Coleman was the son of Samuel M. Meglone and Frank George McCoy. His birth made the news all over the country including this report in the Illinois Inter Ocean on 20 Feb 1896:
"A boy weighing 7 pounds, and having a heavy head of hair and two rows of teeth, was born to the wife of Samuel Meglone, a merchant of Lexington, Ky. a few days ago."
Lexington Herald, 21 Dec 1906:
"TEN-YEAR-OLD BOY CONFESSES A FAULT
Coleman Meglone Walks Up Like a Little Man and Tells Vogt & Foley of Breaking Window
An act of childish heroism was performed yesterday morning when Coleman Meglone a lad of ten years stepped into the grocery store owned by Vogt & Foley and said to one of the clerks "What are the damages to the broken window in front" I broke it yesterday and I want to pay for it.
The lad was told to go to Cunningham's and have the broken pane replaced with a new one. The manly little fellow walked up to the place mentioned and ordered the window to be repaired at his own expense."
In the Lexington Herald, 2 Feb 1910:
"Mr. Coleman Meglone Ill
Mrs. S.M. Meglone of 191 North Mill street, was called to Nicholasville Tuesday night on account of the illness of her son, Mr. Coleman Meglone, who is attending Prof. Threlkeld's High School in that city. Mr. Meglone contracted a heavy cold which developed into pneumonia." (Google Map image of North Mill St.)
More research is needed into this Prof. Threlkeld and his school, and why Coleman would be attending school there rather than in Lexington. Does this school in Nicholasville provide another family connection to that town? A Threlkeld was a pallbearer at the funeral of Mary Meglone Hutchison of Lexington (see her post).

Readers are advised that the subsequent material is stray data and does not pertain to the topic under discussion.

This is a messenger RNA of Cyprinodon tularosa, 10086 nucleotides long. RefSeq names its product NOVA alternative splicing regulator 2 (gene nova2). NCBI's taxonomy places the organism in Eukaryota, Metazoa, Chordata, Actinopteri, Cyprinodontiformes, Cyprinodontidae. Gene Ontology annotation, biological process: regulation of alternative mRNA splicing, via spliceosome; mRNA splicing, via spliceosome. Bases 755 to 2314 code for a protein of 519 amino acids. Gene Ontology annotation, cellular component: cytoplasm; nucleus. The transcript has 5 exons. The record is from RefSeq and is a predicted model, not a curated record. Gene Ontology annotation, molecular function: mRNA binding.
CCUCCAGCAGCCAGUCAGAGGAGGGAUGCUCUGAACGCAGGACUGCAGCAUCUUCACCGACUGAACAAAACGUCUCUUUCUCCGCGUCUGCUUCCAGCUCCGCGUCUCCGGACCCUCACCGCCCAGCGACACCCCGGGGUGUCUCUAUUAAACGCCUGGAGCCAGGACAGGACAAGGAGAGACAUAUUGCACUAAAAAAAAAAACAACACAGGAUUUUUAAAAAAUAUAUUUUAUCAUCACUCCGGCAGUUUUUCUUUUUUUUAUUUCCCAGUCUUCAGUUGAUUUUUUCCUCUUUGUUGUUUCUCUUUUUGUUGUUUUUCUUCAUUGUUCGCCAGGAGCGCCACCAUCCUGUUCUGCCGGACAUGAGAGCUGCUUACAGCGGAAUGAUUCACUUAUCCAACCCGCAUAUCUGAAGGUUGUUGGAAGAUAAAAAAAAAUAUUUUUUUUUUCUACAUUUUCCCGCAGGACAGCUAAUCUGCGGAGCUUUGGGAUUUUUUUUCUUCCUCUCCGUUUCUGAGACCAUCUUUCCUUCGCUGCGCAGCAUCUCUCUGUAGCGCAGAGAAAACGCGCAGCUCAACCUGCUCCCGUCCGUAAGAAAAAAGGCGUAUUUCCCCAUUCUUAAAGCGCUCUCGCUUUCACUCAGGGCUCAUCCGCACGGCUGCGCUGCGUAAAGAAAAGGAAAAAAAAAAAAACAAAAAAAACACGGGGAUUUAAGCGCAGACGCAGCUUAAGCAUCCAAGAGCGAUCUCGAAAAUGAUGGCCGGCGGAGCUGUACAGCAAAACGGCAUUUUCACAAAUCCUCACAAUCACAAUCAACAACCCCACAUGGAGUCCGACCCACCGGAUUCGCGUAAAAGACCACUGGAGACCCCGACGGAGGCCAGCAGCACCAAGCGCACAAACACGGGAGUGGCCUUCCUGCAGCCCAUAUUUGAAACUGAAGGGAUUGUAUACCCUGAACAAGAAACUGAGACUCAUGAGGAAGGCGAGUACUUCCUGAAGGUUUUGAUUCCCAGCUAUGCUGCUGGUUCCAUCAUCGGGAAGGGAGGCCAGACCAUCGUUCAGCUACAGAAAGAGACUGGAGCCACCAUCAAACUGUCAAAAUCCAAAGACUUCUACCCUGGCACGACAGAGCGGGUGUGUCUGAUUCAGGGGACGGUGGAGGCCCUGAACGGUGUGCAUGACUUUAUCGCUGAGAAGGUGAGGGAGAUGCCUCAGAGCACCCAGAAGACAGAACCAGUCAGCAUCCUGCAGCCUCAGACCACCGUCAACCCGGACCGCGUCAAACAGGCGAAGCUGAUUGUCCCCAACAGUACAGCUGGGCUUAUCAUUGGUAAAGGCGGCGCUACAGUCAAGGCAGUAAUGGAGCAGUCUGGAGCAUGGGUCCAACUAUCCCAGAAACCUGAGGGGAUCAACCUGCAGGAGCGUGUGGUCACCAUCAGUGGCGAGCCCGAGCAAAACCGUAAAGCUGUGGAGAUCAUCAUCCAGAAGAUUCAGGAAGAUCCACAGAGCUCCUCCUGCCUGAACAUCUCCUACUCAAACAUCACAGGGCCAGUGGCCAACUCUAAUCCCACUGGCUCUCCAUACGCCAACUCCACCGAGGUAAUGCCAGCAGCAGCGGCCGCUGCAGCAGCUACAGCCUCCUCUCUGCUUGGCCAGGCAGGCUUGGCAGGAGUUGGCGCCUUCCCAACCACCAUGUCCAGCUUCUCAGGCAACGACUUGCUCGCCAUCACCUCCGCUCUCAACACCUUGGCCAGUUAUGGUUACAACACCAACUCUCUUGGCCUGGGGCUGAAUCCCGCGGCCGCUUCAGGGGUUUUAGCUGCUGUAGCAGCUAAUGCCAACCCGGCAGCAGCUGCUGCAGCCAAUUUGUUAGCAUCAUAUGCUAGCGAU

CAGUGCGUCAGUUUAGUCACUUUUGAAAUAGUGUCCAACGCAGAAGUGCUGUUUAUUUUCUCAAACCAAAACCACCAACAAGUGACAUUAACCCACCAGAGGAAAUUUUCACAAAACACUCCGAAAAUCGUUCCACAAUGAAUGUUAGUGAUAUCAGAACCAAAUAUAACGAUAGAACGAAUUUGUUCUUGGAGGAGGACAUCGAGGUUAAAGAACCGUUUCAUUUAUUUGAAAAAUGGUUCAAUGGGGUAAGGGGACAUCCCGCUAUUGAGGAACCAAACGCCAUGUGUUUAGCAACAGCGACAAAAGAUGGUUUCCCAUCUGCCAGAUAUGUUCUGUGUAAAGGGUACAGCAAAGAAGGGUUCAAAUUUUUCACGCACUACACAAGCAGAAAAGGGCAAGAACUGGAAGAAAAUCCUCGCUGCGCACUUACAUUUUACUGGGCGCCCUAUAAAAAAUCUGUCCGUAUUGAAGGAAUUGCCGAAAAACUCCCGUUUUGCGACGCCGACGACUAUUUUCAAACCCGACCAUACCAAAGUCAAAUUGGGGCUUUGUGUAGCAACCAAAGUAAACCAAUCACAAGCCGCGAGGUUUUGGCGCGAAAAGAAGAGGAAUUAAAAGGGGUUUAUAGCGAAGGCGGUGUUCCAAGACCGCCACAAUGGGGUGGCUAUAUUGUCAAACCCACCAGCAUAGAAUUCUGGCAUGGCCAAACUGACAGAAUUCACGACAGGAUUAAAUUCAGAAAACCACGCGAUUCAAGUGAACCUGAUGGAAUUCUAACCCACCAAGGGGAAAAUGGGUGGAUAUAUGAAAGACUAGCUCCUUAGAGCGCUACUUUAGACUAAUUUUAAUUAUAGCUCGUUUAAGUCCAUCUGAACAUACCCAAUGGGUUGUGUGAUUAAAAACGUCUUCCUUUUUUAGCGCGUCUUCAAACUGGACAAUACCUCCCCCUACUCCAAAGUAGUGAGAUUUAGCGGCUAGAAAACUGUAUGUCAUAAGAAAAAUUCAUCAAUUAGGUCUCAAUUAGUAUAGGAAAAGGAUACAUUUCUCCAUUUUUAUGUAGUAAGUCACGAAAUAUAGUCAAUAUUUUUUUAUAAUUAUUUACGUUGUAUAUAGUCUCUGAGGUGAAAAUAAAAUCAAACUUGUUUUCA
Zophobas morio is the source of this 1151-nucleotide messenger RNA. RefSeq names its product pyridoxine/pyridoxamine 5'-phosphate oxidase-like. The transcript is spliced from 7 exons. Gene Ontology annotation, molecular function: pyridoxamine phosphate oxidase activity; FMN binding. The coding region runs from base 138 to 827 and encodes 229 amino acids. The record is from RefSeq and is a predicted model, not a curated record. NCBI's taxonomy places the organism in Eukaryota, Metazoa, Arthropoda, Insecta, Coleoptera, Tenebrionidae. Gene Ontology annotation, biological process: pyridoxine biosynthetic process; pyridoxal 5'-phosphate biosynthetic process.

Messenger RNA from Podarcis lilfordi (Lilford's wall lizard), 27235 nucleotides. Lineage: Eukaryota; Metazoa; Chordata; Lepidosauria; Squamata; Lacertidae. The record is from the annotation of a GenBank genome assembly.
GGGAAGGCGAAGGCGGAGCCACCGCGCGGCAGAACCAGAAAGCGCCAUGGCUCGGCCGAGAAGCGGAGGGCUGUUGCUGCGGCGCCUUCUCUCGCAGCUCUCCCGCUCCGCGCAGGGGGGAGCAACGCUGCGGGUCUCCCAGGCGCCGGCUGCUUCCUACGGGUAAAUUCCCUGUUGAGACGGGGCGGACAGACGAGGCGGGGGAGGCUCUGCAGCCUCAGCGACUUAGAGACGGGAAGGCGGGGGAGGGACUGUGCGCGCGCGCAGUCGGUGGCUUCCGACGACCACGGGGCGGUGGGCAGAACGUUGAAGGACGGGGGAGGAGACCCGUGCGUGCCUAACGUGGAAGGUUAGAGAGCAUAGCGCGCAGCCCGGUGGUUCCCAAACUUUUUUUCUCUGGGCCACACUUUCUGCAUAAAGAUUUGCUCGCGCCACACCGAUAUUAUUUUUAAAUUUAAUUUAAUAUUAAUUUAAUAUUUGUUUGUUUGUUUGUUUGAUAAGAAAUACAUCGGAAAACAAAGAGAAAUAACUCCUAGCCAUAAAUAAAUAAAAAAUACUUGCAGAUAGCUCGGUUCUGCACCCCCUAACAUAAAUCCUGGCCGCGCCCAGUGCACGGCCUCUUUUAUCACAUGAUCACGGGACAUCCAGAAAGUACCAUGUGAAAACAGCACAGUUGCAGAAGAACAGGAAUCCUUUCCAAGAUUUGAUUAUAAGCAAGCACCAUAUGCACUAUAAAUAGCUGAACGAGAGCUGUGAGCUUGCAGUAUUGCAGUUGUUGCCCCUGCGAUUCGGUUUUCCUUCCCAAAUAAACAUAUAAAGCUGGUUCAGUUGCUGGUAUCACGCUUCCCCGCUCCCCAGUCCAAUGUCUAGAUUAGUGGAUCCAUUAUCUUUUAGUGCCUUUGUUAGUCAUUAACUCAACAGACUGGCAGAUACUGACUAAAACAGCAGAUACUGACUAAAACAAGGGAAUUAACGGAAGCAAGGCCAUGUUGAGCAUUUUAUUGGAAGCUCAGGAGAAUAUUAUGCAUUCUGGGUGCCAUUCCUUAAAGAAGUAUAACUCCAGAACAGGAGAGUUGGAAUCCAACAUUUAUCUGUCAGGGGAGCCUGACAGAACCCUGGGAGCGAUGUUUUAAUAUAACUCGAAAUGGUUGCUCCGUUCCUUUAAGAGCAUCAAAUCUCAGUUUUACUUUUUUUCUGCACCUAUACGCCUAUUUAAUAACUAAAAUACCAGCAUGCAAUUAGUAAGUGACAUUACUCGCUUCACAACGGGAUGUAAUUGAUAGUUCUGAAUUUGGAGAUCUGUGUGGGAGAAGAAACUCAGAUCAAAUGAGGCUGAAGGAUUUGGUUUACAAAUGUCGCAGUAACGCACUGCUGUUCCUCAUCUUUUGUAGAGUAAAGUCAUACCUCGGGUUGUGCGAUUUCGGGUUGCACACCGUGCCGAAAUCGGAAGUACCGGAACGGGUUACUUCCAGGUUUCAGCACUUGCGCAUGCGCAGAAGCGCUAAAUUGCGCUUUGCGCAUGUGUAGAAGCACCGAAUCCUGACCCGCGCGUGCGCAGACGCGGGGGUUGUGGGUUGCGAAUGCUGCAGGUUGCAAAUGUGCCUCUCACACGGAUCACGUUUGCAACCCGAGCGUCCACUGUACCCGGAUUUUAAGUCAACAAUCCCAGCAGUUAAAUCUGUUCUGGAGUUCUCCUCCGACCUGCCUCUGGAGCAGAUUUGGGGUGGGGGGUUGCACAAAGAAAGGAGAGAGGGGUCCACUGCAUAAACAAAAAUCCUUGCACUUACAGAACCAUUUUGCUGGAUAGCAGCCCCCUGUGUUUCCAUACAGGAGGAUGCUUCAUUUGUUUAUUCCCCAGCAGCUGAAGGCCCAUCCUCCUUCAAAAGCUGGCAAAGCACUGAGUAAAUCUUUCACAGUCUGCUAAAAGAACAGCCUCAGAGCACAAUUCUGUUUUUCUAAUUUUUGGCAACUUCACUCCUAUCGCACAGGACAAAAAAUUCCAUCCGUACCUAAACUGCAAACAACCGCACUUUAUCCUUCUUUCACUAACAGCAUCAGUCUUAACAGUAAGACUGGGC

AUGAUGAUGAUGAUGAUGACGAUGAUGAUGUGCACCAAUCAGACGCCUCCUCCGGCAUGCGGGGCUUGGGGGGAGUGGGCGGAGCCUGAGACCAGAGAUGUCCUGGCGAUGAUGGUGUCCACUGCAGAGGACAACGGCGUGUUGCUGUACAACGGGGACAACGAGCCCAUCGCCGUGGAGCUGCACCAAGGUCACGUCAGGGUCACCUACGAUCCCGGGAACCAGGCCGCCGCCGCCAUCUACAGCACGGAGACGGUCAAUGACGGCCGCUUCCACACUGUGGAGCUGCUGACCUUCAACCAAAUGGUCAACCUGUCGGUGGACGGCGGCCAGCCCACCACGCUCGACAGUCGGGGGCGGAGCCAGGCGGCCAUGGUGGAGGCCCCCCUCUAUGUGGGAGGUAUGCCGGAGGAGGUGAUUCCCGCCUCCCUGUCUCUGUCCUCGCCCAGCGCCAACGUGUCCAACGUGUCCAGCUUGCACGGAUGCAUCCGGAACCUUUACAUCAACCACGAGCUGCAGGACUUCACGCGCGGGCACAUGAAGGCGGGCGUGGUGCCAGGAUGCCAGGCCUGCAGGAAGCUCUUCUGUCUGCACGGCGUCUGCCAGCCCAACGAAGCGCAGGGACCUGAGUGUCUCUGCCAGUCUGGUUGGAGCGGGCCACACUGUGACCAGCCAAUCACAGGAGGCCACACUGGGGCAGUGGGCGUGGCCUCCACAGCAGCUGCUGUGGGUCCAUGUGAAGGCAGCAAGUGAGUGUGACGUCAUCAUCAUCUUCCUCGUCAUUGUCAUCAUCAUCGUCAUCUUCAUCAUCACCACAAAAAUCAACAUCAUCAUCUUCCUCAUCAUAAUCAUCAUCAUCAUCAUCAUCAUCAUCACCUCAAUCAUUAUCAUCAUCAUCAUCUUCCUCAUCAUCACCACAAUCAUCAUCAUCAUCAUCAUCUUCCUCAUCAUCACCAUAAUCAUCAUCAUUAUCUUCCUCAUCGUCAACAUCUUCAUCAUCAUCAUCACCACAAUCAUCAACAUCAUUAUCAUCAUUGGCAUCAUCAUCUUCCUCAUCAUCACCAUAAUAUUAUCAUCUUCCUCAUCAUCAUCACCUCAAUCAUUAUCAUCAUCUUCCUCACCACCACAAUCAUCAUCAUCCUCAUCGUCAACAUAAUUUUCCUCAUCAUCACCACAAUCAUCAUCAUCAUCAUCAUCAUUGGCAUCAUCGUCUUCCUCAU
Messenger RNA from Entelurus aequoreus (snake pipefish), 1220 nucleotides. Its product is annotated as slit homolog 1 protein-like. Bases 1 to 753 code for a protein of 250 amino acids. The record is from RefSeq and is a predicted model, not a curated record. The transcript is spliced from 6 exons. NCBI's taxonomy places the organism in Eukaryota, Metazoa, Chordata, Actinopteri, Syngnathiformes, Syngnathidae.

Coleman appears to have played baseball for the Dudley School (?) in May of 1911, as reported by the Lexington Herald, 7 May 1911:
"LEAGUE LEADERS NOW HOLD THIRD PLACE
In a double header played yesterday afternoon at Woodland Park, Harrison walked away with Maxwell with the score of 14 to 1. and Dudley defeated Johnson 13 to 9. The first game was a decisive one, as it advanced Harrison to a tie for first place in the Ward School race, and put Maxwell from first to third.
In the third inning of this game Harrison got next to Downing's pitching for the first time this year, and scored ten runs in that round. A distinct feature of the game was the pitching of Colson for Harrison, who pitched the best game of the year. His catcher, Workman, also played a star game. Garland feature with two two-baggers.
The second game was exciting, but ragged. Both teams tried out new batteries, and both did well. For Dudley, Meglone and Jackson worked and for Johnson were Sams, McCoy and Abnee. The feature of the game was Railey's catch of a liner in center field. Hawkins and Allender were the officials.
The All Ward School team will be picked next week by Mr. Jesse Van Meter."
[It might be worth looking into this player by the name of McCoy to see if he is any relation to Coleman's mother Frank George McCoy]
Coleman may have played baseball for the First Baptist Church in the Second Sunday School League of Lexington (see newspaper reports of local games in the summer of 1911).
Coleman Meglone was ill again in 1912, as reported by the Lexington Herald, 21 Feb 1912:
"Mr. Coleman Meglone of North Broadway, who has been ill of typhoid fever at the Good Samaritan Hospital for the past several days, was said to be resting well and his condition believed to be improving last night."
In May of 1912, another baseball game is played (the Ward School League) and reported in the Herald:
"The game between Dudley and St. Paul's was won by Dudley 4 to 2. Burns, for St. Paul pulled off a neat catch near the bank, and R. Driscoll was the batting star. Tate caught a good game for Dudley and rapped out a two-bagger. Meglone was a bit wild, but with good support, won out. Lavel batted best, getting two hits hits out of three times up.
Batteries-- Dudley, Meglone and Tate; St. Paul, Amato and Minehan. Umpires-- Miller and Gibbons. Scorekeeper-- Ashbrooks."
[It should be noted here that this can't yet be proven that this account is of Coleman, there is a possibility of this Meglone being a part of an Irish Meglone family that is not related to our line]
Coleman was appointed as a page for the Blue Grass Fair as reported by the Lexington herald 9 August 1912.
Coleman Wright Meglone died at the age of 36 and was buried at the Lexington Cemetery 23 Dec 1932, Disposition number 27362, Section A, Lot 47, Part S 1/2, funeral director W.R. Milward.
Coleman may have never been married or had any children.